Browsing named entities in Edward L. Pierce, Memoir and letters of Charles Sumner: volume 4. You can also browse the collection for William Whiting or search for William Whiting in all documents.

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Edward L. Pierce, Memoir and letters of Charles Sumner: volume 4, Chapter 48: Seward.—emancipation.—peace with France.—letters of marque and reprisal.—foreign mediation.—action on certain military appointments.—personal relations with foreigners at Washington.—letters to Bright, Cobden, and the Duchess of Argyll.—English opinion on the Civil War.—Earl Russell and Gladstone.—foreign relations.—1862-1863. (search)
ear compromise. Time is essential; so great a revolution cannot come to a close at once. By next steamer we send you Mr. Whiting William Whiting, of Boston. He was distinguished at the bar as counsel in patent causes. He died in 1873 at the aWilliam Whiting, of Boston. He was distinguished at the bar as counsel in patent causes. He died in 1873 at the age of sixty, before taking a seat in Congress, to which he had been elected.—an admirable lawyer, in the full confidence of the President, and my personal friend, agreeing with me positively in policy and object — to take the place of Mr. Evarts, toence. He was silent from January, 1861, to October, 1863, and then replied to a recent note from Sumner introducing William Whiting, of Boston. He had heretofore disapproved Sumner's style of dealing with slavery and its supporters, and he was nowut no reverse can change the inevitable result, which is just as sure as the multiplication table,—how soon, I know not. Whiting has returned to cheer us with good news from England that no more Alabamas will be allowed to make England a naval base<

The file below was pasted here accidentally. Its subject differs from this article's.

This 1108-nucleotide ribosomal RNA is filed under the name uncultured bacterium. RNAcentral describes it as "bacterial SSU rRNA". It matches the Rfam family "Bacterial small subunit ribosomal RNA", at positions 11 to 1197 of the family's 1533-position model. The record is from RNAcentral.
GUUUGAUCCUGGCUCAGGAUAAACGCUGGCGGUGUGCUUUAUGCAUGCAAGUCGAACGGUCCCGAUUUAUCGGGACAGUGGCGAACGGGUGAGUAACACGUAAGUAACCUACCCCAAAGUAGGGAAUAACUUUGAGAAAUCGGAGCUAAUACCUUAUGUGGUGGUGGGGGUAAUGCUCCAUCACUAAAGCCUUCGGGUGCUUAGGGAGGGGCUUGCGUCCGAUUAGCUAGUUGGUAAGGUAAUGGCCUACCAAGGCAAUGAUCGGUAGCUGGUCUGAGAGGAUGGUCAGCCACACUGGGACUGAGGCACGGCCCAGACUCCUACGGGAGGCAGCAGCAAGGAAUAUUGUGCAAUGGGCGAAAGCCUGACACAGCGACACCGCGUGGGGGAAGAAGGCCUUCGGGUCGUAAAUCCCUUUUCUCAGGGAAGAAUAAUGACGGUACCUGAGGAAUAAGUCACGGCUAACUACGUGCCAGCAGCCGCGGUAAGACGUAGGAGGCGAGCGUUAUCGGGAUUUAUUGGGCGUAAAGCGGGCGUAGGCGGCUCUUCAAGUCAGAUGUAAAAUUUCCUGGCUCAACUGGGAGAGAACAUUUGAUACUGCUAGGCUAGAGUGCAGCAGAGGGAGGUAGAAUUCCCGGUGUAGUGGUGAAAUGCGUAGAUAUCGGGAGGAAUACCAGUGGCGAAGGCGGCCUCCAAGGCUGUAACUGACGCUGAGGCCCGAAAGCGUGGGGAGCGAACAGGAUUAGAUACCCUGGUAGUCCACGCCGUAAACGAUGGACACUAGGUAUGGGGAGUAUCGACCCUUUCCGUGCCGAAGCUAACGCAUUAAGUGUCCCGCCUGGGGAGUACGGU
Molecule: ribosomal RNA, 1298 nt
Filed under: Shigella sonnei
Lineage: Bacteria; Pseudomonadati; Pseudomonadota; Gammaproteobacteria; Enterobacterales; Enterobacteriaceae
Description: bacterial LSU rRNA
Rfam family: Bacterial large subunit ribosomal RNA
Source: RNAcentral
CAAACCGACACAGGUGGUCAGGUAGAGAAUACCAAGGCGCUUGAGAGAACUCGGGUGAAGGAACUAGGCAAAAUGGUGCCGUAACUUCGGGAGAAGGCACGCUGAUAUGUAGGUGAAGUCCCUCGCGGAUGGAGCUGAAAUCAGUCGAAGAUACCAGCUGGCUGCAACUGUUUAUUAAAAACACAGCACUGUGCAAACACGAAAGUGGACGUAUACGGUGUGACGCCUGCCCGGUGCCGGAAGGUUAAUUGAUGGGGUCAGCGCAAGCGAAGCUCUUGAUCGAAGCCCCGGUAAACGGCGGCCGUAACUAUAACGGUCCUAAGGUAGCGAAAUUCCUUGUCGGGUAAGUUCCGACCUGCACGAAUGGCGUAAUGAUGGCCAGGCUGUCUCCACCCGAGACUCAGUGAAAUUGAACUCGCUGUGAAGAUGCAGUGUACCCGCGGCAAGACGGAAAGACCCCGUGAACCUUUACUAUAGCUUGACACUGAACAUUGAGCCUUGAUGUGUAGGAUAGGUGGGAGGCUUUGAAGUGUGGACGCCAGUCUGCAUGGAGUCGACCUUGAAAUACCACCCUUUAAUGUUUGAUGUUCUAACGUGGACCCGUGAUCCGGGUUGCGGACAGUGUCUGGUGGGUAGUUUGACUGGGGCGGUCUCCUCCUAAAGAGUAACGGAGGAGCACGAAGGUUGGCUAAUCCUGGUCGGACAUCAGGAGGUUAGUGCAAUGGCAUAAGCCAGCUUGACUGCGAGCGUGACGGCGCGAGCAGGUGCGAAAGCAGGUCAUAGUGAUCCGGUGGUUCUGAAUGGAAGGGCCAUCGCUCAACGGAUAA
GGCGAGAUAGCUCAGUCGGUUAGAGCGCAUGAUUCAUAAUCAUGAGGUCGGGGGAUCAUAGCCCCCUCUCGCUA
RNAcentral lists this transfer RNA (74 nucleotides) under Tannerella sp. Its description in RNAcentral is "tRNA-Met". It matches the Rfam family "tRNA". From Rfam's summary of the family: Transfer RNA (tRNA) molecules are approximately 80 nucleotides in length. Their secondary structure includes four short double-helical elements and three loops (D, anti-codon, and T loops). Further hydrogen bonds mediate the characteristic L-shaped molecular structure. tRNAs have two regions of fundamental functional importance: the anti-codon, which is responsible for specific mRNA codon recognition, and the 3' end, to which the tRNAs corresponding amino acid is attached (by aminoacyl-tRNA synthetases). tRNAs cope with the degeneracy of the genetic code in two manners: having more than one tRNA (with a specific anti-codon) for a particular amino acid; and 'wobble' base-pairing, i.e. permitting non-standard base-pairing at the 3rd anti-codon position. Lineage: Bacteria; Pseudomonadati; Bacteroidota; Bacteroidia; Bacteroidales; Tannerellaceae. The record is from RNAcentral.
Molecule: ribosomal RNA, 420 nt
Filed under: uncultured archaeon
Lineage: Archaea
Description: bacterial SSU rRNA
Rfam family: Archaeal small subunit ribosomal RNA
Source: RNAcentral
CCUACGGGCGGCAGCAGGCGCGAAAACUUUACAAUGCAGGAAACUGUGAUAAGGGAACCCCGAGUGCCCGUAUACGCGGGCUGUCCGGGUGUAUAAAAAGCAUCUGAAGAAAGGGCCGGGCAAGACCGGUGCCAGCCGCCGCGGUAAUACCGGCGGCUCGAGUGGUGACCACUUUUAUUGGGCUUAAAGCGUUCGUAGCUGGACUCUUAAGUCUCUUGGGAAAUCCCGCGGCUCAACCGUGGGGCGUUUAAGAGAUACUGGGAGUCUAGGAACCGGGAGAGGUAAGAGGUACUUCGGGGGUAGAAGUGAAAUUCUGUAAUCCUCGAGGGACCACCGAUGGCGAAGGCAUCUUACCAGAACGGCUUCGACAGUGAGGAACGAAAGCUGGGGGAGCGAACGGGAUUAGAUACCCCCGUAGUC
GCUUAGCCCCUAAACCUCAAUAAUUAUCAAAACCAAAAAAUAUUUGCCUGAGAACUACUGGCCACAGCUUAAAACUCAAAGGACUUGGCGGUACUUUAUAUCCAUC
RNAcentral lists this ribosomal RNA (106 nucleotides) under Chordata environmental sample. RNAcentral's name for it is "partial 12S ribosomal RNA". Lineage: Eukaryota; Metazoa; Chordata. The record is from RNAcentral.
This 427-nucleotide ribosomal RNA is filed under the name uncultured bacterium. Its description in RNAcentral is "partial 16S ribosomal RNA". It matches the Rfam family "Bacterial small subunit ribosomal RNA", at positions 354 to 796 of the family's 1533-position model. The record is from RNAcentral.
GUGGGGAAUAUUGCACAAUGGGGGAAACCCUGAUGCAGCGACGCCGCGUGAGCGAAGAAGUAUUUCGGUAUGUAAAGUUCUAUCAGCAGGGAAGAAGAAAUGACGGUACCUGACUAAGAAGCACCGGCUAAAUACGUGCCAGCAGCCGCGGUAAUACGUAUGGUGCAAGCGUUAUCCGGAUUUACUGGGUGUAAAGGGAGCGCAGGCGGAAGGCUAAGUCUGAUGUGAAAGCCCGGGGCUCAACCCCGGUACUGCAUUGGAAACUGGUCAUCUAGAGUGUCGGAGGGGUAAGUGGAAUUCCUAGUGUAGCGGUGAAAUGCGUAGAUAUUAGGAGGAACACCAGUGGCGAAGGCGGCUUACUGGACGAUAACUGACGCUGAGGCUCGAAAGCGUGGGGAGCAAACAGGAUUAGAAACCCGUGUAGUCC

Edward L. Pierce, Memoir and letters of Charles Sumner: volume 4, Chapter 49: letters to Europe.—test oath in the senate.—final repeal of the fugitive-slave act.—abolition of the coastwise slave-trade.—Freedmen's Bureau.—equal rights of the colored people as witnesses and passengers.—equal pay of colored troops.—first struggle for suffrage of the colored people.—thirteenth amendment of the constitution.— French spoliation claims.—taxation of national banks.— differences with Fessenden.—Civil service Reform.—Lincoln's re-election.—parting with friends.—1863-1864. (search)